The Sustainable Groundwater Management Act (SGMA) is a landmark legislation in California, enacted in 2014 to ensure the sustainable management of groundwater resources. The primary goals of SGMA are to prevent overdraft, bring groundwater basins into balanced levels of pumping and recharge, and provide a framework for local Groundwater Sustainability Agencies (GSAs) to develop and implement Groundwater Sustainability Plans (GSPs). These plans aim to manage groundwater in a way that can be maintained during periods of drought and for future generations, preventing negative impacts such as land subsidence, reduced water quality, and decreased groundwater storage.

Unfortunately, as the saying goes, “Whiskey is for drinking, and water is for fighting.” When these local agencies develop GSPs, they are almost destined to be litigated which results in a Prisoner’s Dilemma for all parties involved. The Prisoner’s Dilemma is a game theory scenario featuring two rational individuals who face a choice: either collaborate for shared benefit or betray one another to achieve personal advantage. The dilemma highlights that although mutual cooperation leads to the best collective outcome, each prisoner has a strong incentive to defect. As a result, both prisoners often end up defecting, leading to a worse outcome for both than if they had cooperated.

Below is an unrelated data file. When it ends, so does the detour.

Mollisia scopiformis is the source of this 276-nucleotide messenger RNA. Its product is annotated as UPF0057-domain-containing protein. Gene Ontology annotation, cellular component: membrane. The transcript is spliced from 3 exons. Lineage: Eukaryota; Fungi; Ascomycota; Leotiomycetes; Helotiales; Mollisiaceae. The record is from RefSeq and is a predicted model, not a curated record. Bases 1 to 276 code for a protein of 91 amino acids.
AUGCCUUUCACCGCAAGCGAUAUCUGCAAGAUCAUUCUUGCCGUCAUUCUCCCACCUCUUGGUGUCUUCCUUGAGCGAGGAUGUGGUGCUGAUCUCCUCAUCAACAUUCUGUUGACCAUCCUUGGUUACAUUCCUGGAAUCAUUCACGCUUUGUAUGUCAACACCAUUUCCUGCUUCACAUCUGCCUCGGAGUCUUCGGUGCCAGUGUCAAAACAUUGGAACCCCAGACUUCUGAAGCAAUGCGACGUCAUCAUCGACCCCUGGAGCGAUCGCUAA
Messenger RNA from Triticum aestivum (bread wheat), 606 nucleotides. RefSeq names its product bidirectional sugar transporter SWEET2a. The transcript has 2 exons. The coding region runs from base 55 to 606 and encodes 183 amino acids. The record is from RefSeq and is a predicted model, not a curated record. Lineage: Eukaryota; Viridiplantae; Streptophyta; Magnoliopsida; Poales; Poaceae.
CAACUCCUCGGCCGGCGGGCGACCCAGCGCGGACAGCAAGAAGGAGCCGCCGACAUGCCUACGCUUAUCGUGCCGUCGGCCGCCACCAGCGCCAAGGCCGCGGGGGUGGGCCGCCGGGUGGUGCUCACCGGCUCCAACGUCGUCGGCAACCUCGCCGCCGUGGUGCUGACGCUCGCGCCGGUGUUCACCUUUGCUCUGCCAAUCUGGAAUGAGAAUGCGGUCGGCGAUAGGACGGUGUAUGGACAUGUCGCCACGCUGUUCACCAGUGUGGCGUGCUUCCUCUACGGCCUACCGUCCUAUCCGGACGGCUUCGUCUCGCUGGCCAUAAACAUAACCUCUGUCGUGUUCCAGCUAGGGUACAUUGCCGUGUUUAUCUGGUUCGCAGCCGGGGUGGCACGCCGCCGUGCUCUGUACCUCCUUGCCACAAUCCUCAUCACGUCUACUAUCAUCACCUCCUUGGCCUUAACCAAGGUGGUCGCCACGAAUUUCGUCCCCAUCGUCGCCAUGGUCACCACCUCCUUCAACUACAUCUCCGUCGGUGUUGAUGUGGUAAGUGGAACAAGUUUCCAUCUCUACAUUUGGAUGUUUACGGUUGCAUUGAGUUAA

Sadly, because of the high economic stakes, I’ve seen bitter legal battles between neighbors and friends as they try to eke out the largest groundwater allocation possible. Fundamentally, the problem is that it is a zero-sum game where one party’s allocation increase results in another party’s decrease.

One of the most basic questions in developing an allocation scheme is, “What is a base period that accurately represents historic and current usage?” Should it be 10 years or 20 years? should it range from 2005-2018 or 2002-2011? As the users start running their numbers, they begin vying for a base period that maximizes their usage resulting in a higher pro-rata share of the allocation. This is just one of many issues that can lead to litigation.

While there are certainly some benefits of a comprehensive adjudication, I would postulate the outcome is generally a net negative for most users and has a disproportionate impact on small farmers and disadvantaged communities. The irony for the parties that decide to take action against the GSA is that they end up paying their own legal fees, as well as the water purveyor’s and GSA’s legal fees via rate increases. They are in the untenable position of financially supporting both their own and their opponent’s legal argument. It would seem the law firms are the only real winners.

I speak from experience as I just went through a comprehensive adjudication in Ventura County. I speculate that the five years of mediation and litigation has cost the users in the basin somewhere between $30 million-$40 million. I can’t help but sigh as I see the same firms and characters moving on to the next basin to capitalize on the opportunity.

Had we been able to cooperate with each other, those funds could have been used to make significant strides towards solving the groundwater problem. Instead, the inevitable forces of self-interest lead to worse economic and environmental outcomes for all parties.

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